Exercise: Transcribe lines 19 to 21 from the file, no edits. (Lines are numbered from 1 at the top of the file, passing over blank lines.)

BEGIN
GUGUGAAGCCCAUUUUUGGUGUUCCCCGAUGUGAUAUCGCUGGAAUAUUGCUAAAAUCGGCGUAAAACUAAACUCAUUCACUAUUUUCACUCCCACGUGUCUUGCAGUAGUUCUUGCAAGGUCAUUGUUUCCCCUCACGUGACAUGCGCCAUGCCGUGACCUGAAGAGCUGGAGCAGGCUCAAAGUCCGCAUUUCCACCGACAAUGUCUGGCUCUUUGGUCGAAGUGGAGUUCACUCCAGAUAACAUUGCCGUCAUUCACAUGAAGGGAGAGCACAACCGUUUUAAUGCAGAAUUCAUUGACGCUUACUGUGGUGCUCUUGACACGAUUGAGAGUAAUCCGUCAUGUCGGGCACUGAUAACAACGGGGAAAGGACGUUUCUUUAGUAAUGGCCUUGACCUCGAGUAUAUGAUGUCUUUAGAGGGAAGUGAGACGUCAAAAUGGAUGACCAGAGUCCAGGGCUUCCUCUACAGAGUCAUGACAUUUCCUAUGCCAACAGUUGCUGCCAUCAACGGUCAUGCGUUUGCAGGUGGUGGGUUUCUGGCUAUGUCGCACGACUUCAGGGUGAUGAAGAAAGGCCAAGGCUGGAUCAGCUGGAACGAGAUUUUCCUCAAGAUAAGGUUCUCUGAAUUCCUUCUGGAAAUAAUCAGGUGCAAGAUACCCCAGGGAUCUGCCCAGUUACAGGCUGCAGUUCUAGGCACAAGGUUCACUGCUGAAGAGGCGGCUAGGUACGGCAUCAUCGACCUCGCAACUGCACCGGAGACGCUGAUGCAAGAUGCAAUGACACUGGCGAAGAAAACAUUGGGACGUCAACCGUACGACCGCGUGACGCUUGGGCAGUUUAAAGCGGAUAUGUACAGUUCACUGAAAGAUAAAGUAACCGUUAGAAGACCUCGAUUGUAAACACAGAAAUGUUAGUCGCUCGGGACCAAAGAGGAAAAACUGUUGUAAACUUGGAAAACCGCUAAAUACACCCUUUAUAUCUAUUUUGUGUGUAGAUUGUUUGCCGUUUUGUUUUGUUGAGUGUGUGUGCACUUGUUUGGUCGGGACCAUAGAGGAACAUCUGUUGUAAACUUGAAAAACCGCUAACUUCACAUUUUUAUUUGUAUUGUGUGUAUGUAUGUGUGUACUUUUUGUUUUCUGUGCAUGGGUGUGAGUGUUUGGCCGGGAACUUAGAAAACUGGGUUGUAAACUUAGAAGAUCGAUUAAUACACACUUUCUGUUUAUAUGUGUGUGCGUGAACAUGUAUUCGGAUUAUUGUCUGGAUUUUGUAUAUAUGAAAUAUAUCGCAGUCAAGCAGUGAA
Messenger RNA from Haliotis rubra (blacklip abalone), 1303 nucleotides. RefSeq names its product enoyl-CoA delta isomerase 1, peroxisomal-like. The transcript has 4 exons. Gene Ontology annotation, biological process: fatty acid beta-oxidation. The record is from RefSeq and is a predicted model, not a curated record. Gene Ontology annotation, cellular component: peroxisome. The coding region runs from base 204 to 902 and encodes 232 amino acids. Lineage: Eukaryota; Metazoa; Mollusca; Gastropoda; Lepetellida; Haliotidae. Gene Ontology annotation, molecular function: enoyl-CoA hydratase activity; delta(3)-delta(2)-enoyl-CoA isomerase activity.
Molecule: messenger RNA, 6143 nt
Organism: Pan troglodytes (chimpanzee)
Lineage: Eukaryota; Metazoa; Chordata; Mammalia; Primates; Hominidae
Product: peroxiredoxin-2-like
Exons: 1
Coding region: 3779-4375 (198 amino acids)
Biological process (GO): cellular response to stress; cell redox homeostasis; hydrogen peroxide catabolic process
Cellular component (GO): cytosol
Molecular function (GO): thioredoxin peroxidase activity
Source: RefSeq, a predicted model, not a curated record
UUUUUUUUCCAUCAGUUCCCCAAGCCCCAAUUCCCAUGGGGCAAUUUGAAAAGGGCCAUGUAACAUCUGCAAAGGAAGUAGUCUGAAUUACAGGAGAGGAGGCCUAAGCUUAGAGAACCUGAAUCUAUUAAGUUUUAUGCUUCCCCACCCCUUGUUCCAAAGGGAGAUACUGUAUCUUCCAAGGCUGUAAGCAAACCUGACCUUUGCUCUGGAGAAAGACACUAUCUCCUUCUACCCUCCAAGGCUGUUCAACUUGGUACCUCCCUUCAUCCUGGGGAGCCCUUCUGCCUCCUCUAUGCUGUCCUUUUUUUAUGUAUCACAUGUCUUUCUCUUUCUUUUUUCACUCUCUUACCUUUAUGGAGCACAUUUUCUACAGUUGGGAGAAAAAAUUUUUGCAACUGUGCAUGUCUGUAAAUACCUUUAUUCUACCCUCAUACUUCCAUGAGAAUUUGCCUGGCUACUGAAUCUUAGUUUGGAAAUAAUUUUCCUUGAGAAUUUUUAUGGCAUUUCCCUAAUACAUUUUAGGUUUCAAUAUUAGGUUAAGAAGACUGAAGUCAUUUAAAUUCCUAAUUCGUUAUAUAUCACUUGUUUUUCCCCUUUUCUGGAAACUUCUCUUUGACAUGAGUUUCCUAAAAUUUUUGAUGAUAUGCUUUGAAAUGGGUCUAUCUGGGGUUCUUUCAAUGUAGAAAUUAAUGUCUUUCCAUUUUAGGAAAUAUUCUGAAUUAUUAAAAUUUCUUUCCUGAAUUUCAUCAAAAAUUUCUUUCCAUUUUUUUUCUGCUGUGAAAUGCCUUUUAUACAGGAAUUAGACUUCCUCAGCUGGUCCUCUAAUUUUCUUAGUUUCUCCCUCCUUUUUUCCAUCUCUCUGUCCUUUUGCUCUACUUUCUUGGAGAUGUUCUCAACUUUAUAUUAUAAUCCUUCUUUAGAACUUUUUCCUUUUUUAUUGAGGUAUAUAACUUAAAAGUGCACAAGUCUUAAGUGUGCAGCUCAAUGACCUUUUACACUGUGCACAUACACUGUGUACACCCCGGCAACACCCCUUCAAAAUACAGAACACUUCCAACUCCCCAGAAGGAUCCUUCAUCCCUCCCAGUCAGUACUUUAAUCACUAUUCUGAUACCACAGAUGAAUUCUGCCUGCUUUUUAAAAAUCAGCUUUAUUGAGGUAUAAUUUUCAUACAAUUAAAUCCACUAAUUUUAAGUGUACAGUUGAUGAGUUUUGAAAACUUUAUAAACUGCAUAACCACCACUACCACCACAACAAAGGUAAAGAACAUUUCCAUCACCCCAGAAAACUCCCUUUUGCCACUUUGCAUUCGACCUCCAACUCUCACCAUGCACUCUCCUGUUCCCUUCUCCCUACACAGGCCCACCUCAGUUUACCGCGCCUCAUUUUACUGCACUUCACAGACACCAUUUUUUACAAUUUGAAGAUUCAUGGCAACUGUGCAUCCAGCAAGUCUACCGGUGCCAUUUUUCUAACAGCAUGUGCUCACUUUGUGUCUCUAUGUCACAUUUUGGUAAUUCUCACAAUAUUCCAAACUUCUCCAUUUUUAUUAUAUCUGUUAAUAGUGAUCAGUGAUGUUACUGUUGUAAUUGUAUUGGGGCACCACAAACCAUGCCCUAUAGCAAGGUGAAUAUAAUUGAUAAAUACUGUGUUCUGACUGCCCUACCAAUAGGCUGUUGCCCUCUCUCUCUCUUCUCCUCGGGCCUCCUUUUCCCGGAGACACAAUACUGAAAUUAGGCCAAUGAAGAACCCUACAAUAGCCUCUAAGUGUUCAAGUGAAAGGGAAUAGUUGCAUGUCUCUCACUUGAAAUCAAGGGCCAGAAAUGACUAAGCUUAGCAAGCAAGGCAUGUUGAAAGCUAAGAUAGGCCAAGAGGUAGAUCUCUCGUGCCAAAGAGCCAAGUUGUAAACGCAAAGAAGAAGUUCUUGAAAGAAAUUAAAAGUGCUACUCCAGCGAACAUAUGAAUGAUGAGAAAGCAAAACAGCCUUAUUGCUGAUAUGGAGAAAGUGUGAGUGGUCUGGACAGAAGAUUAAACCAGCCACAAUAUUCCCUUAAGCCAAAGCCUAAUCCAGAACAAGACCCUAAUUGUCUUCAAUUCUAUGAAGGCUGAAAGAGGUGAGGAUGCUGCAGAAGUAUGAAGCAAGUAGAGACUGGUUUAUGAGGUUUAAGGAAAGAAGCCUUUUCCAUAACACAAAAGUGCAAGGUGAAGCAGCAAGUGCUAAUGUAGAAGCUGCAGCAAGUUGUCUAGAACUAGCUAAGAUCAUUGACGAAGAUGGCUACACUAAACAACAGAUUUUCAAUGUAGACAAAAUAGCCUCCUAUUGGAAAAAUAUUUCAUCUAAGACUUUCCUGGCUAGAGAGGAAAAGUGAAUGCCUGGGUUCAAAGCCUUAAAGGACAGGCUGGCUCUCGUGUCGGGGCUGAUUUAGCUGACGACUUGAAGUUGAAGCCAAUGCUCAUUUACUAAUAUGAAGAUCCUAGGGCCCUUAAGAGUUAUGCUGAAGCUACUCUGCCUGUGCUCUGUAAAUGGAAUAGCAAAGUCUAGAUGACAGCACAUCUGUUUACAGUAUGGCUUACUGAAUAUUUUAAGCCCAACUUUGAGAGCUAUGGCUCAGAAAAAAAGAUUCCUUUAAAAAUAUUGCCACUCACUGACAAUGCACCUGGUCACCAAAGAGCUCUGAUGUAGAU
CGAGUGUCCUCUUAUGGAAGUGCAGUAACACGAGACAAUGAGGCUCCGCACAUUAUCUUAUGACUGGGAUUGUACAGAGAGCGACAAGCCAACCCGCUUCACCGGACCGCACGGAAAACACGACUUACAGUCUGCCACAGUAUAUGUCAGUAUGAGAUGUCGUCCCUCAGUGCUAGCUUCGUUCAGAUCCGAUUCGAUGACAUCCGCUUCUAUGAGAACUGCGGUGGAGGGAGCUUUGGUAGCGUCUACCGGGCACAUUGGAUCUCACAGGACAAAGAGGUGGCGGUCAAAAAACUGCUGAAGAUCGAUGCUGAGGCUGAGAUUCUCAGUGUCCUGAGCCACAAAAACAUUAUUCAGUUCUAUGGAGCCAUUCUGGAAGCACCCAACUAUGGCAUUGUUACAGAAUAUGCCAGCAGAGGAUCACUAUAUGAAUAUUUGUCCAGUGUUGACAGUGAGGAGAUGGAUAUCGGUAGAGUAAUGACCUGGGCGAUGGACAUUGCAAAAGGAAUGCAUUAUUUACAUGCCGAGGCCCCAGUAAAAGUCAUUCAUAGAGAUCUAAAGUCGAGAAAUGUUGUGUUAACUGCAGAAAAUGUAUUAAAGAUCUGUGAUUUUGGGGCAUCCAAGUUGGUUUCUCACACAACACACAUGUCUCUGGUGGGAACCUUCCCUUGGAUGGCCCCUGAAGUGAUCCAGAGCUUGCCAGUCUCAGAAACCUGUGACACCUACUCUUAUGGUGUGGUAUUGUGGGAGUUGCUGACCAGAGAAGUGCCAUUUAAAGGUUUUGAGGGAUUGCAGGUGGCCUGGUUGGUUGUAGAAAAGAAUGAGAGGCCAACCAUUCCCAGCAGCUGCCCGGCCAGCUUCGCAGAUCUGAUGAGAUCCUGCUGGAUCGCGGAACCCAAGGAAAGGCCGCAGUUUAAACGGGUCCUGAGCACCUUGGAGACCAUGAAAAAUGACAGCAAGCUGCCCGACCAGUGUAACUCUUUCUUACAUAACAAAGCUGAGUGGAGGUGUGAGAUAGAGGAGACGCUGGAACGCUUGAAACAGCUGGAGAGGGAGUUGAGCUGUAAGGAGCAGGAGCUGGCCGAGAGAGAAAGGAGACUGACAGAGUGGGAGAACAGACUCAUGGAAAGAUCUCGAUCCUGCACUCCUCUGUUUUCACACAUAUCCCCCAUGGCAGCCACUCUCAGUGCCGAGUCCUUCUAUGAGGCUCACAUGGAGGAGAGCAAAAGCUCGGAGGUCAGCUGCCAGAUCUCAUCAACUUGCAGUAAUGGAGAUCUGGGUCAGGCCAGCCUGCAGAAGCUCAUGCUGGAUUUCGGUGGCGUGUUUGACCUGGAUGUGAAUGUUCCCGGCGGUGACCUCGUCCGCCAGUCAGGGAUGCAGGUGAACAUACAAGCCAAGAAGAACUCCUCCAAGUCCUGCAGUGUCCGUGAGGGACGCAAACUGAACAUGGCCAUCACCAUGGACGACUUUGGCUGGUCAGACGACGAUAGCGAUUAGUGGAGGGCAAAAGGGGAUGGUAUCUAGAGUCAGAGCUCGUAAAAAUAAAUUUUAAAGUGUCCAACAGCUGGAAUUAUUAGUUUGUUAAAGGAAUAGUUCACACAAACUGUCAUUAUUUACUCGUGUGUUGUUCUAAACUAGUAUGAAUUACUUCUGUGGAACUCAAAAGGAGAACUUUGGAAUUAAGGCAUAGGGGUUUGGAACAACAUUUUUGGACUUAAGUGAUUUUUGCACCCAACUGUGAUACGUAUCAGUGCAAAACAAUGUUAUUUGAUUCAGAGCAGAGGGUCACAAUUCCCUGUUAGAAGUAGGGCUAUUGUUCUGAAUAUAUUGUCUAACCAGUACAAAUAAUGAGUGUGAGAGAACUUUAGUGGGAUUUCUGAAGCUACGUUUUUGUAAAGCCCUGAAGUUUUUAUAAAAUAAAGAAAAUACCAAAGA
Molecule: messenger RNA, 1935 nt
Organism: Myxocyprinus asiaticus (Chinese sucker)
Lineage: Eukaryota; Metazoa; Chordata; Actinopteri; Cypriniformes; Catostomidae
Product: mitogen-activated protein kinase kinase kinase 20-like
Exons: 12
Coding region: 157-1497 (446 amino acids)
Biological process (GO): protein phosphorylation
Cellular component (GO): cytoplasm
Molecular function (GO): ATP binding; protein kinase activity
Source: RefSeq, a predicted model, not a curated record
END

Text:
Exons: 12
Coding region: 157-1497 (446 amino acids)
Biological process (GO): protein phosphorylation